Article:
A group of folks from the Great River Road Visitor & Learning Center (better known as Freedom Park) in Prescott, the Mississippi National River and Recreation Area, and the St. Croix National Scenic Riverway are thinking about putting a webcam on an eagle nest at the confluence of the St. Croix and Mississippi Rivers, and went to take a close-up look at the nest and its occupant one day last month.
Professional tree-climber Jim Spickler evaluated the nest for a potential camera but also brought the 10 lb., seven-week chick down to the ground for a visit with researcher Bill Route, who took blood samples and banded it before returning the eaglet to the nest.
Spickler, who travels all over the globe climbing our planet’s tallest trees and who has helped install several such eagle cameras, rated the Prescott nest as at least a nine out of 10. It’s solidly built, within sight (and transmission range) of Freedom Park, and there are good branches to mount a camera on where there won’t be a risk of the lens being covered in, well, eagle excrement.
Like the very popular camera in Decorah, Iowa this spring, the Prescott camera would let anyone on the Internet watch life in the nest next spring, 24 hours a day. In the video below, Spickler first evaluates potential camera locations, but it’s the the close-up footage of the eaglet at the end that is both fascinating and endearing.
Route, of the National Park Service has been conducting research into contaminants in our environment since 2006, and uses blood samples from young eagles on the Mississippi and St. Croix Rivers and the Apostles Islands to measure levels of chemicals.
Eagle populations have recovered to the point the birds were removed from the Endangered Species List in 2007. What almost wiped them out once is still a problem, though: the birds accumulate pollutants because of their diet and the fact that they are at the top of their food chain, which makes them excellent indicators of pollution levels.
If the webcam project goes forward, information about Route’s research will also be available on the website. That seems like an excellent way to mix entertainment and education, and it might inspire viewers to do more to protect eagles, and ourselves.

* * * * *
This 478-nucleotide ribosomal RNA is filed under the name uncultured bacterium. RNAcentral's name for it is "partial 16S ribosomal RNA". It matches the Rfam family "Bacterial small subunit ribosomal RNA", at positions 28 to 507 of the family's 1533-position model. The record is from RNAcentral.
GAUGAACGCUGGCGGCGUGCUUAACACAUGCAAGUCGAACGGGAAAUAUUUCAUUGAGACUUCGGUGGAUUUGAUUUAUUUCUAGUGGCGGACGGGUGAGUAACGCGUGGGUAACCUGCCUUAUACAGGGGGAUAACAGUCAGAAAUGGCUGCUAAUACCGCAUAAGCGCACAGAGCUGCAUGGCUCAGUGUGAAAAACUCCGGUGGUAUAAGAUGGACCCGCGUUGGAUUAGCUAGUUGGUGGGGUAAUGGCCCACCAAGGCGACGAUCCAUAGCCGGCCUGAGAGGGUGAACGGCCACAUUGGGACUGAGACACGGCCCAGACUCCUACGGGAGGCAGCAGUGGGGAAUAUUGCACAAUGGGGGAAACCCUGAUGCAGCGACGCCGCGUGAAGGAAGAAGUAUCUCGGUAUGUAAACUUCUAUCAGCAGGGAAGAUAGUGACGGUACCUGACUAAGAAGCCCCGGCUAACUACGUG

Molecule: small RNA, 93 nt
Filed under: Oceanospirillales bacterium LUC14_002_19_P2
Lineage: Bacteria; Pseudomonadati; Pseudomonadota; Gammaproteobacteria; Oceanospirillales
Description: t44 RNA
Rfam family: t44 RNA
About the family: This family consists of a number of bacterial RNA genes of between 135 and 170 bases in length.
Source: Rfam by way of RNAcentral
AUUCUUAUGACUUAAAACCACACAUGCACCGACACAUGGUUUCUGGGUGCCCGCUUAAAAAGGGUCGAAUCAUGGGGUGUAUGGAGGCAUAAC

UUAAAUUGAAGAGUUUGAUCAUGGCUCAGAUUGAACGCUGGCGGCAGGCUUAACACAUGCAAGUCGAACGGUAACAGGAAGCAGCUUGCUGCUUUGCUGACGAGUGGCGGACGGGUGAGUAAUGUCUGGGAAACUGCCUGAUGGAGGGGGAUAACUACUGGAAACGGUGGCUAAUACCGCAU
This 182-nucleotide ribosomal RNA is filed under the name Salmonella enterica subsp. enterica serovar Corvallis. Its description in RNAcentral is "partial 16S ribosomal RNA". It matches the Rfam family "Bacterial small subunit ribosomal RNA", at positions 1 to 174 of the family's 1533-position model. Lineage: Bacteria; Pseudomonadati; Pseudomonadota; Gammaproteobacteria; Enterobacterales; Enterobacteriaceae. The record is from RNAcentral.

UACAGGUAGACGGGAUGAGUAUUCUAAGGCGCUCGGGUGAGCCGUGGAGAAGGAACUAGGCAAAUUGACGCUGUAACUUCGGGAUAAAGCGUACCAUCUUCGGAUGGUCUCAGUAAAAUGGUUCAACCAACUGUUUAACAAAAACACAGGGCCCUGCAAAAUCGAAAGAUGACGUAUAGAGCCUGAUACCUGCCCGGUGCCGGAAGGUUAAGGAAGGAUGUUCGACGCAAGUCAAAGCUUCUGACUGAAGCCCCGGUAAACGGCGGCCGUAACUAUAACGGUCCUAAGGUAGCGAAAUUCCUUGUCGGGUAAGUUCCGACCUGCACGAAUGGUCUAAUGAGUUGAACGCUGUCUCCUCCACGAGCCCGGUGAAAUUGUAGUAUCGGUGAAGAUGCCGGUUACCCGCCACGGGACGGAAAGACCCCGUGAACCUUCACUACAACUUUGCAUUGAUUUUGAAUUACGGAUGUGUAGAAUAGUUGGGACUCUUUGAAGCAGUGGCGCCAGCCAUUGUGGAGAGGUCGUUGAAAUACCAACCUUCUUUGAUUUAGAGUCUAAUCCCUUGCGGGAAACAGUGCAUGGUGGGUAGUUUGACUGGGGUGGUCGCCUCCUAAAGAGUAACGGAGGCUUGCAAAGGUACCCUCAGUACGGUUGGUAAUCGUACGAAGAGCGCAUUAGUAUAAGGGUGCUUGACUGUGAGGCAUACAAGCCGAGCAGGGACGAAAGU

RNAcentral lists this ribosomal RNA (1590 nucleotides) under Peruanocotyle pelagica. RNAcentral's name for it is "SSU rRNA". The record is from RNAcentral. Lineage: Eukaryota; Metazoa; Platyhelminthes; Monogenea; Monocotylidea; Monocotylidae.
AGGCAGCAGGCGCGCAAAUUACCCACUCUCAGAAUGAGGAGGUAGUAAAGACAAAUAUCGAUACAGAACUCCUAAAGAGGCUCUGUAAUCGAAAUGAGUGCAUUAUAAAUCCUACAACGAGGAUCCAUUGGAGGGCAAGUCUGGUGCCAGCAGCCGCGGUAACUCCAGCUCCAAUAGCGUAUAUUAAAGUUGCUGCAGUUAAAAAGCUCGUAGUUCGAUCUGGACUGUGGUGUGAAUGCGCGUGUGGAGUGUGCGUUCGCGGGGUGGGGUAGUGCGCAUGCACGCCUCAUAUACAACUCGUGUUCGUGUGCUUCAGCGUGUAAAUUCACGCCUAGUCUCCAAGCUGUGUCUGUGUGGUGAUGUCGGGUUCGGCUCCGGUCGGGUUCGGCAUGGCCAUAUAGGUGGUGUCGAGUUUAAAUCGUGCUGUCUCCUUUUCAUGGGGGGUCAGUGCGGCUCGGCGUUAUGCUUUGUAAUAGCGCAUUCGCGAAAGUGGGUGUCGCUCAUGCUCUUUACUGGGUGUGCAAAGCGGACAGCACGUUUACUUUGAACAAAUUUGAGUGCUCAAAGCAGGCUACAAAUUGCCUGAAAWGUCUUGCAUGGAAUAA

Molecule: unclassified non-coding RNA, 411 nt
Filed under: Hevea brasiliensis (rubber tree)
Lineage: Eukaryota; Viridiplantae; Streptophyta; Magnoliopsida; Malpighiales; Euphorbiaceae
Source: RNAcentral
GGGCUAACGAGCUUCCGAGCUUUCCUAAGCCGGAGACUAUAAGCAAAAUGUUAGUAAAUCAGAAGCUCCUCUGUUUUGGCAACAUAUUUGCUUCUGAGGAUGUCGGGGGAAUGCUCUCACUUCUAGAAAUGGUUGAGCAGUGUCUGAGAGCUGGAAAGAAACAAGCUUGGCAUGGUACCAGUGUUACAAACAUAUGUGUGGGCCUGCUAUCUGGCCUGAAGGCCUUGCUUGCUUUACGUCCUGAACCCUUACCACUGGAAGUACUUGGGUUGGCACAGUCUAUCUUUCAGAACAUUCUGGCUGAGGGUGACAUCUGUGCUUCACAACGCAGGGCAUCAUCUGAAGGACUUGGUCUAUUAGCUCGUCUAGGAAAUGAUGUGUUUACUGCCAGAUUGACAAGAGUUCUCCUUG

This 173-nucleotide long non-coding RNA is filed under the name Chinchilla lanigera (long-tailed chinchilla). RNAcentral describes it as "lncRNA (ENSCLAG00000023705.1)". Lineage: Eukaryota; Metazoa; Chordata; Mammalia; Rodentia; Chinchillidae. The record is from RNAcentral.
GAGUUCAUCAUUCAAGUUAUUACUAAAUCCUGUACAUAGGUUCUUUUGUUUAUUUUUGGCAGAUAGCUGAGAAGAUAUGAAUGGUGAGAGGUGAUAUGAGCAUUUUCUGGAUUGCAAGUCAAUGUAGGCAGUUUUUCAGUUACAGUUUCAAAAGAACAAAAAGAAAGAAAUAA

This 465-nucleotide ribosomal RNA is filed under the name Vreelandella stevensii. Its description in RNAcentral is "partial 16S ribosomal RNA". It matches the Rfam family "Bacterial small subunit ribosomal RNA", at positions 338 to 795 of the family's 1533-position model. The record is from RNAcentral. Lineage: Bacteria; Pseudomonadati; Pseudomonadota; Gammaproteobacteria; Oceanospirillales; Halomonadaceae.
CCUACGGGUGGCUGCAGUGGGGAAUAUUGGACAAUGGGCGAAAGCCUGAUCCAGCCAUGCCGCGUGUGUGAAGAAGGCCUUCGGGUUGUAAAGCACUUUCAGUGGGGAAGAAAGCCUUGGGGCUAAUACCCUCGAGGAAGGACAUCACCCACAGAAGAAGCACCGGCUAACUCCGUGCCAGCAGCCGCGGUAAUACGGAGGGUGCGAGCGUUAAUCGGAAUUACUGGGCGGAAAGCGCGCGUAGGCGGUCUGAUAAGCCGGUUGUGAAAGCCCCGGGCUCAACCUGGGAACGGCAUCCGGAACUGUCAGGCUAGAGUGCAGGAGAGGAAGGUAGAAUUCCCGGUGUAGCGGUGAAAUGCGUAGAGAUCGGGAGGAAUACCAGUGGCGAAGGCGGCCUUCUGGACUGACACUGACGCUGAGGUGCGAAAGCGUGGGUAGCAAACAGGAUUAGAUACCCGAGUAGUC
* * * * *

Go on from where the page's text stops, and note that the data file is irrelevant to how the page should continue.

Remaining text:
The nest camera idea came up about two-and-a-half months ago and is far from a sure thing. Many details still need to be worked out, including permission from the U.S. Fish and Wildlife Service and funding. Bird expert Jim Fitzpatrick, who runs Carpenter Nature Center just upriver on the St. Croix, another project partner, is working on that process.
Watching the video and viewing the photos, I wondered how the chick and its parents responded to the intrusion and abduction. In an e-mail, Jim Shiely of Friends of Freedom Park told me, “When the eaglet was being captured in the nest the eagles flew overhead. You can hear them on the video. They did not and do not attack climbers except in rare cases.”
Thanks to Jim Shiely (disclosure: my wife’s uncle) for sending the photos and video and providing a lot of information. Photos and video by Jim Spickler, Margaret Smith, and Roger Santelman.
I am very excited to be writing a blog here on StarTribune.com. I will be writing about once a week on topics such as conservation, the Boundary Waters, the St. Croix River, and more.
In 2009, I decided to write every single day for the month of June, as a way of celebrating what many consider Minnesota’s finest month. To add to the challenge, I decided to write in the old Japanese form of haibun, which is just a fancy way of saying a few paragraphs of prose, combined with three-line haiku poems.
This ended up meaning a lot of late nights, tapping away at the computer when I wanted to go to bed, faced with a midnight deadline. But I finished the month with 30 short essays, a document that is both a record of a specific period of time, and an impression of the season and what it brings year after year.
The collection of writing spanned the Boundary Waters Canoe Area Wilderness to the St. Croix River, from riding the bus through the heart of Minneapolis to walking my dog on the shores of St. Paul’s Lake Phalen, and all the journeys in between those places.
Also in those essays were perennial summer events: watching a field full of fireflies; canoeing to a campsite along a cold spring-fed creek, then paddling to a sandbar perfect for swimming; Ely busy with canoe parties ready to head out into the wilderness.
June is here again. I don’t plan to repeat my “June Haibun” project, but I am eager to enjoy this month known for the beauty, joy and sun that we deserve after another long winter. This past weekend, as summer hesitantly arrived in the North Star state, I took to the St. Croix River with my wife Katie and our black lab Lola. It was sadly the latest in the year that I can remember taking our first canoe trip in a long time.
We put the canoe in near the mouth of the Snake River and floated downstream 11 miles to a landing near Rush City. The sky was overcast, but summer skies are never boring. The clouds were dimpled, showing that there was a bright sun shining above. The early summer air was heavy with moisture, thick with the smells of new growth and alive with a constant chorus of birds.
A friend once said the solstice, the longest day of the year, should be an official state holiday in Minnesota. I don’t see that happening anytime soon, but I’d suggest June 21 would be a very good day to use some vacation or call in sick, and celebrate summer in this beautiful place we live.
Do you have a unique way of celebrating summer? Let me know in the comments.
If you have a good story about conservation, the Boundary Waters, hiking, paddling, bicycling, or your favorite lake, river or trail, please send it my way at email@example.com.